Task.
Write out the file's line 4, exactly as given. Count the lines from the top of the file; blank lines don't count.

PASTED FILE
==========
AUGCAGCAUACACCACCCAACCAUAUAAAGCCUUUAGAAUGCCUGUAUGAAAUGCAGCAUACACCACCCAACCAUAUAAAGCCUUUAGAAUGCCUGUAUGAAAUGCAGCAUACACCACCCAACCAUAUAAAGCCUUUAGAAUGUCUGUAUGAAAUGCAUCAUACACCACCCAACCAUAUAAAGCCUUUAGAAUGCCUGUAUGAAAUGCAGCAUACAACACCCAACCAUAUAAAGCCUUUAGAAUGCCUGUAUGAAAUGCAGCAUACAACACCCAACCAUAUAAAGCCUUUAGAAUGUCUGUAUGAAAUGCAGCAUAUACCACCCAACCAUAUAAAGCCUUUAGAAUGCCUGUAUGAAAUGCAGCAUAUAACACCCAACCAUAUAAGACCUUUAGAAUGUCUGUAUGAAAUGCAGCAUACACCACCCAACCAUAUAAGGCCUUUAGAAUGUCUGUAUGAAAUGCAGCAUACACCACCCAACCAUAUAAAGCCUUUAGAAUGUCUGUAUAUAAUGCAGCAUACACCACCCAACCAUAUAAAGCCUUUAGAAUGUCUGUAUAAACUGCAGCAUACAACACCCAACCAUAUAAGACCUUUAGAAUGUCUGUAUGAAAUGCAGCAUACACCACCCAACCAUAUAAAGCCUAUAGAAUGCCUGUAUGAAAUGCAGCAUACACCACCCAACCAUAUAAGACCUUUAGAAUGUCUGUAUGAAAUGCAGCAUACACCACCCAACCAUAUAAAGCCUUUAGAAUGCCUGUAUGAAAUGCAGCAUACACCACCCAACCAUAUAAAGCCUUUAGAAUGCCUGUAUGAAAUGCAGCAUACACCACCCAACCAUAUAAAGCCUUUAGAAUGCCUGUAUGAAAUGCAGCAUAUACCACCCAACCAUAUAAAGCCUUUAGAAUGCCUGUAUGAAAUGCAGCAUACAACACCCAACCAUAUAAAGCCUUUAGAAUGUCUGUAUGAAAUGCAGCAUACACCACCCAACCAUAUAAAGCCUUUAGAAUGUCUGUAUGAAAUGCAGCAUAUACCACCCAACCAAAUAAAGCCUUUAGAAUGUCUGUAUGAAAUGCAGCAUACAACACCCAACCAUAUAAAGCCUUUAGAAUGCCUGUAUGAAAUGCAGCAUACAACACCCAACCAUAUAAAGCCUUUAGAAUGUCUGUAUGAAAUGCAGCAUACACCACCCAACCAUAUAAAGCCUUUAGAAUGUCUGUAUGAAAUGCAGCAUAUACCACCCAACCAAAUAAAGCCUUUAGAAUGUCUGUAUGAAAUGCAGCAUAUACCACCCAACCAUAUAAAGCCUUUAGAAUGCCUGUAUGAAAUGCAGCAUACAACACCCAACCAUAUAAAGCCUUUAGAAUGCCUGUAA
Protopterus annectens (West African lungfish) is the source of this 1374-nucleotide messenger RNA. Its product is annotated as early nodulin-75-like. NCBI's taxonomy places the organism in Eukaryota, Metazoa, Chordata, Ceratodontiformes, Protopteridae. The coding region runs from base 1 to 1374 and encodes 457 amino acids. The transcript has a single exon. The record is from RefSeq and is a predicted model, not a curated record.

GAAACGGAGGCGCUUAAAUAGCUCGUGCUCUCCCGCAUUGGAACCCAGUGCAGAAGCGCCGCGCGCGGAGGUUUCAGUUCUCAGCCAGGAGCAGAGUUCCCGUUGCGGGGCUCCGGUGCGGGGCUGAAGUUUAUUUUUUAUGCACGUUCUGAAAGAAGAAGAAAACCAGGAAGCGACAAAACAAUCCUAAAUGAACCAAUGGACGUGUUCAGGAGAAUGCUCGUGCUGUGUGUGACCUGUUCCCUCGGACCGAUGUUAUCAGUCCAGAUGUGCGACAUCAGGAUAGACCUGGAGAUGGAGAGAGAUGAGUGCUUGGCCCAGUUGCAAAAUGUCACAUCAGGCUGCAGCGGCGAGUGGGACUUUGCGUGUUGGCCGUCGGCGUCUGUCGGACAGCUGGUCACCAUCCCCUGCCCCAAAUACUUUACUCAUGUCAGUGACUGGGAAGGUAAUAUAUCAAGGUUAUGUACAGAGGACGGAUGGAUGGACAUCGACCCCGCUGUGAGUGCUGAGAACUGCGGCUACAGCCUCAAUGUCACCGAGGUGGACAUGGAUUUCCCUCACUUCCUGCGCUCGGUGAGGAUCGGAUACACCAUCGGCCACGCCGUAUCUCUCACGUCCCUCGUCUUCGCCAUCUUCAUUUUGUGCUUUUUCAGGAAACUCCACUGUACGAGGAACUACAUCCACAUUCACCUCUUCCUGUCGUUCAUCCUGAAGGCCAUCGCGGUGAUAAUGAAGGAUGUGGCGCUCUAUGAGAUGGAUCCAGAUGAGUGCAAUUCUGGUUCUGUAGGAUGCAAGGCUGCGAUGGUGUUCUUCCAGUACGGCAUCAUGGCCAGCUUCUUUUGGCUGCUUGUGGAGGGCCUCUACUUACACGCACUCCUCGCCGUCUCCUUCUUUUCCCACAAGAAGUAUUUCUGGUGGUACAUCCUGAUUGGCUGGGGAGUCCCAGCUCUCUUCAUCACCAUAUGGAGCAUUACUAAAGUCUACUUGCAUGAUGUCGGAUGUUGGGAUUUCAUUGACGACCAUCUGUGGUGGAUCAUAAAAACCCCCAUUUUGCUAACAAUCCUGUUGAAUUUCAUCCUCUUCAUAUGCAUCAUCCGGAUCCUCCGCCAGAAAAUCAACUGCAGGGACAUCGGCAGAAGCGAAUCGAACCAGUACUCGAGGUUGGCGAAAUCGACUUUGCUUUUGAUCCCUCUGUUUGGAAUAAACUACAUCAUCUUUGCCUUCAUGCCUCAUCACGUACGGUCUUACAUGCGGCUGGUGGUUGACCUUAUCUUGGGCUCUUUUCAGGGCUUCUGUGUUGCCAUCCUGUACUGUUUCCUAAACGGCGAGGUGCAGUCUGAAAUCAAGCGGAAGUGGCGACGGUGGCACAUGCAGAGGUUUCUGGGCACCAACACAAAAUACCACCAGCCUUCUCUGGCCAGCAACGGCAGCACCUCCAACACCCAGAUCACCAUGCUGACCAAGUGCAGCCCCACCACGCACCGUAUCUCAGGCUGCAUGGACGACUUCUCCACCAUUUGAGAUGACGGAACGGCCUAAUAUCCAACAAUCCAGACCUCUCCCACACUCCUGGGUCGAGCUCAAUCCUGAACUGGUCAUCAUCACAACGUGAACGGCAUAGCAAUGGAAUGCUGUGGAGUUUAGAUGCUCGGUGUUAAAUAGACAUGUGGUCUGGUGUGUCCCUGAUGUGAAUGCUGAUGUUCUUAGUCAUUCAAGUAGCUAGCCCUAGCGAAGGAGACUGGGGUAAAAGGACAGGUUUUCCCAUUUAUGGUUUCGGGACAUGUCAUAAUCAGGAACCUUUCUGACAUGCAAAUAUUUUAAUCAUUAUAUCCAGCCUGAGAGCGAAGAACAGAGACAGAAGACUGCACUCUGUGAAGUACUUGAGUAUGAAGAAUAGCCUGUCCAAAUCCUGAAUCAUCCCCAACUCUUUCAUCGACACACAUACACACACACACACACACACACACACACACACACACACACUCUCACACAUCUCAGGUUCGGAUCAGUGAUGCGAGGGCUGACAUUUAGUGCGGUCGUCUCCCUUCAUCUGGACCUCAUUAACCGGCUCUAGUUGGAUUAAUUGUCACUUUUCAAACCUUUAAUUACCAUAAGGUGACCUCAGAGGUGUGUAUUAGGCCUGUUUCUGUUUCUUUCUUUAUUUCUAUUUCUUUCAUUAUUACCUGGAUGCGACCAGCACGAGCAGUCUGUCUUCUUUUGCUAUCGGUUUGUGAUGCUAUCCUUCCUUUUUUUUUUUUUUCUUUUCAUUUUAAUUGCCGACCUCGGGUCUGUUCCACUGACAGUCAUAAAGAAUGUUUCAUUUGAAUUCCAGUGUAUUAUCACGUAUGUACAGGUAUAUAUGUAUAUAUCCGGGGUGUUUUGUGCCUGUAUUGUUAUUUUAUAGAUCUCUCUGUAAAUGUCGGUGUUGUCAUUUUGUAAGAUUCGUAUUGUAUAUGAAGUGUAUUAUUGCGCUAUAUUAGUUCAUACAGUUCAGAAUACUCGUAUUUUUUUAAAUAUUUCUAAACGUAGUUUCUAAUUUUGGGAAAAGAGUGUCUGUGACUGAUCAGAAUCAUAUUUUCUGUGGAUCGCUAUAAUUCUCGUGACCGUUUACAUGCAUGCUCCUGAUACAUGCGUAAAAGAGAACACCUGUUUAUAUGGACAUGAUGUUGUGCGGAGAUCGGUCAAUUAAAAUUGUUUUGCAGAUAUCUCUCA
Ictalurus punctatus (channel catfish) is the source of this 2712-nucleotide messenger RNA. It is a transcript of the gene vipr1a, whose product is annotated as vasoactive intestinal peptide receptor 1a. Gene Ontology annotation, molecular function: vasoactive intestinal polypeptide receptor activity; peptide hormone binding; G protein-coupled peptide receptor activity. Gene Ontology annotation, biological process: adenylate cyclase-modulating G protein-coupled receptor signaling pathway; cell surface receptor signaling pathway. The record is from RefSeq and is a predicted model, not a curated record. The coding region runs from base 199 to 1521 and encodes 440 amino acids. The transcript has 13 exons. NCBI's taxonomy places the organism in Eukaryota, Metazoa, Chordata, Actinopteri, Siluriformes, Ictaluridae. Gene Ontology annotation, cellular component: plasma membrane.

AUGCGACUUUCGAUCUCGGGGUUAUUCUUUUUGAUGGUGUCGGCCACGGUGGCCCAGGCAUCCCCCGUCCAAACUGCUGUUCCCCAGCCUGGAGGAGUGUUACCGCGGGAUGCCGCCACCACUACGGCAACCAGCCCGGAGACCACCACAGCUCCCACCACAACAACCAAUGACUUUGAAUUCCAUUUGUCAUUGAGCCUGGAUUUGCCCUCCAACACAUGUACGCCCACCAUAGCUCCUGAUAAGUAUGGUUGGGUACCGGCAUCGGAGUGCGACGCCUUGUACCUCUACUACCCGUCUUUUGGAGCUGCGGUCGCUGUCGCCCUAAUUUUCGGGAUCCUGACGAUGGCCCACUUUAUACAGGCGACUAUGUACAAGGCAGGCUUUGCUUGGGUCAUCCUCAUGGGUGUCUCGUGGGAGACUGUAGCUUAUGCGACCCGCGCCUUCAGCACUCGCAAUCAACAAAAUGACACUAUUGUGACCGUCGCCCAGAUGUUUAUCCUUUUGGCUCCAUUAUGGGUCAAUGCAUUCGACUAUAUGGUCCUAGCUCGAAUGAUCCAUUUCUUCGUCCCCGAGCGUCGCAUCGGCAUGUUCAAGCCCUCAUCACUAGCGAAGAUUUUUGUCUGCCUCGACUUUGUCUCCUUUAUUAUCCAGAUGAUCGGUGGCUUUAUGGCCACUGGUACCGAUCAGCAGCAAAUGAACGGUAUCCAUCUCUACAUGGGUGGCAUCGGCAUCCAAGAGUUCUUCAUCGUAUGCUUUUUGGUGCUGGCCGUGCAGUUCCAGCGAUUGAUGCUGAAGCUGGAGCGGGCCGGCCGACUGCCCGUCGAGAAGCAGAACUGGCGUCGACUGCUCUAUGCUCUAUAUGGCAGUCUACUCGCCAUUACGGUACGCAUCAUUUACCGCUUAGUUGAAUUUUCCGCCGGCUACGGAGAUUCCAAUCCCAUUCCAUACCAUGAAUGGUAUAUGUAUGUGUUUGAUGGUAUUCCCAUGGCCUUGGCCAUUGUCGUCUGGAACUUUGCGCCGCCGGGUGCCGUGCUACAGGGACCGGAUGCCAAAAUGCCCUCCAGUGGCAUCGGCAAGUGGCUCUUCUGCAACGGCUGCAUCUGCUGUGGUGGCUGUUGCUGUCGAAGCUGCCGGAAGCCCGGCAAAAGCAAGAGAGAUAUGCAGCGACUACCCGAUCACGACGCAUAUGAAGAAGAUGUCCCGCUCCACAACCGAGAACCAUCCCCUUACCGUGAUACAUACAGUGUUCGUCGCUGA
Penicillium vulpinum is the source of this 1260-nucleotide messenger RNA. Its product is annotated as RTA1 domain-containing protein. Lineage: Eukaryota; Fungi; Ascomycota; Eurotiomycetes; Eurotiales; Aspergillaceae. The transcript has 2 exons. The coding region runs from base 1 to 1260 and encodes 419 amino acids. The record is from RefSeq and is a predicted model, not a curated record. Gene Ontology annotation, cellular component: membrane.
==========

Ictalurus punctatus (channel catfish) is the source of this 2712-nucleotide messenger RNA. It is a transcript of the gene vipr1a, whose product is annotated as vasoactive intestinal peptide receptor 1a. Gene Ontology annotation, molecular function: vasoactive intestinal polypeptide receptor activity; peptide hormone binding; G protein-coupled peptide receptor activity. Gene Ontology annotation, biological process: adenylate cyclase-modulating G protein-coupled receptor signaling pathway; cell surface receptor signaling pathway. The record is from RefSeq and is a predicted model, not a curated record. The coding region runs from base 199 to 1521 and encodes 440 amino acids. The transcript has 13 exons. NCBI's taxonomy places the organism in Eukaryota, Metazoa, Chordata, Actinopteri, Siluriformes, Ictaluridae. Gene Ontology annotation, cellular component: plasma membrane.